Then I remembered this one memory of my childhood.  In all honesty, it was probably one of the most defining moments of my pre-adolescence.  I was in the 7th grade and was getting ready for this “teen night” at my school that was called Teen Canteen.  There’s dancing, sports, refreshments, games…it was the best night of the month to any 6-8th grader at Eric S Smith Middle School.  I remember this one particular night as I got ready there was a weird feeling in my house.  Something wasn’t quite right.  But being the 12-year-old girl that I was – I was more interested in how I looked for my night than to ask what was up with my family.  So I left for my night without concern.  I came home later that night to my dad sitting alone, in the dark, in our living room.  I walked in and saw that he had been crying.  I sat on the couch opposite of him and asked him what was wrong.  To this day I can almost see the two of us sitting there as he told me that one of my uncles, his brother-in-law, had committed suicide.
I remember thinking to myself “why hadn’t he told me before I left?”  I remember instantly feeling guilty for my night of fun because he had been at home, crying.  But as I grew up I realized that he knew this news was going to change me.  That my childhood would be shifted with this news and that he wanted one more night of normalcy for me before we had to talk about funerals, flights to Colorado, missing a school field trip.  I remember having to tell my choir teacher that I couldn’t go see Phantom of the Opera in the city because we were flying to Colorado for a funeral.  I remember all the looks of pity my teachers gave me as I got my homework to do on the plane.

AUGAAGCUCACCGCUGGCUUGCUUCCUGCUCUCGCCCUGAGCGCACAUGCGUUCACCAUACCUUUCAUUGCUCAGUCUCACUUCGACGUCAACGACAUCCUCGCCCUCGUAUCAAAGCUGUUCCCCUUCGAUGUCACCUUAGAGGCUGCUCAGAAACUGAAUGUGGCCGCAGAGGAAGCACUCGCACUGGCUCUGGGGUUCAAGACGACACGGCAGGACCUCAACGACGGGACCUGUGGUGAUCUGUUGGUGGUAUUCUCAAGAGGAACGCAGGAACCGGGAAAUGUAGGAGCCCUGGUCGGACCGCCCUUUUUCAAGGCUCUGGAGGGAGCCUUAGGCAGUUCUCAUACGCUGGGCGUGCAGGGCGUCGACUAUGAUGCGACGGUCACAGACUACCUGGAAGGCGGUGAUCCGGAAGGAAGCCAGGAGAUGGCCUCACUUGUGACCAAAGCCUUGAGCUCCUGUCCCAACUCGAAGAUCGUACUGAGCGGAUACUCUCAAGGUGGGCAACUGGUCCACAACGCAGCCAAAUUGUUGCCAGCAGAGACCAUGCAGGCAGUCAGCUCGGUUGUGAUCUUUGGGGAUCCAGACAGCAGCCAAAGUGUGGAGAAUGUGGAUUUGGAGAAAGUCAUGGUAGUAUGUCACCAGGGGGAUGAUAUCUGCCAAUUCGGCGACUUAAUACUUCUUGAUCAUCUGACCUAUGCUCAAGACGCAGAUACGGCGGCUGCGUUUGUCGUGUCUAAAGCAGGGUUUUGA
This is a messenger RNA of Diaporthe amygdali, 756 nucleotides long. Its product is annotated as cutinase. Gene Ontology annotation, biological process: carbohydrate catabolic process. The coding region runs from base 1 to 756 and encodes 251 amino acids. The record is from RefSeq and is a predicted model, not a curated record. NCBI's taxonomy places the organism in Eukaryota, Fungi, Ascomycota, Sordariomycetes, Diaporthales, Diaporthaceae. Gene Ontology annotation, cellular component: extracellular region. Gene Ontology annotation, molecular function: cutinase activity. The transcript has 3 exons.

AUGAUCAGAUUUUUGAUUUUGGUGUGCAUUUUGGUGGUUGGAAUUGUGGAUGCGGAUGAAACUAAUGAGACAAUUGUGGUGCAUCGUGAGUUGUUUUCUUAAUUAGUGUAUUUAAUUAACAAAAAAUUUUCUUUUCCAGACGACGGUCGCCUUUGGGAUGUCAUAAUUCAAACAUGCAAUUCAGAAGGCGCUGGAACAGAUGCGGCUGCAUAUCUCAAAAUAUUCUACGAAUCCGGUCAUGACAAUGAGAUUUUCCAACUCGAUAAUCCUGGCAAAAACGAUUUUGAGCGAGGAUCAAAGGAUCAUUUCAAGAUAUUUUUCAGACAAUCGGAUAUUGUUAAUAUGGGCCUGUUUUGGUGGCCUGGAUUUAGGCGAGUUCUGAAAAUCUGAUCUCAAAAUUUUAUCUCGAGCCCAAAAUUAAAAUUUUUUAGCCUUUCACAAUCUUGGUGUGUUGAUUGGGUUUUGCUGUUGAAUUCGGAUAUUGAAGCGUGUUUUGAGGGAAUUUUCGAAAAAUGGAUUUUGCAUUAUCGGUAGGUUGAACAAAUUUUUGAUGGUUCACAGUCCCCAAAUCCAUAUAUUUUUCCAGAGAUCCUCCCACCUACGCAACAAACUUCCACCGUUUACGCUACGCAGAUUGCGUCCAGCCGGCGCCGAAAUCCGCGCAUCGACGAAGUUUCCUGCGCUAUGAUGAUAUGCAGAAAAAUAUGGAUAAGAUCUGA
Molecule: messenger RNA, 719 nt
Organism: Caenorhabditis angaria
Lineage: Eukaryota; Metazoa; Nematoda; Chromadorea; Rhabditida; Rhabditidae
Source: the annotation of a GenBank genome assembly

I remember seeing the brokenness of my family in real and astonishingly new ways.  It was the first funeral I remember attending for someone I was close to.  I remember asking really hard questions about why and not getting answers.  But mostly I remember that was the last time I remember my dad having strength.  Something changed in him too, I can see it now all these years later.
I see this moment in my life as the first time I felt true pain, true brokenness.  It wouldn’t be for another few years that I would find Christ and understand for myself how hope and faith flow out of a love that is incomprehensible.
Which I think is why Paul says in 1 Corinthians 13: “So now faith, hope, and love abide, these three: but the greatest of these is love.” (ESV).

you don't have to go it alone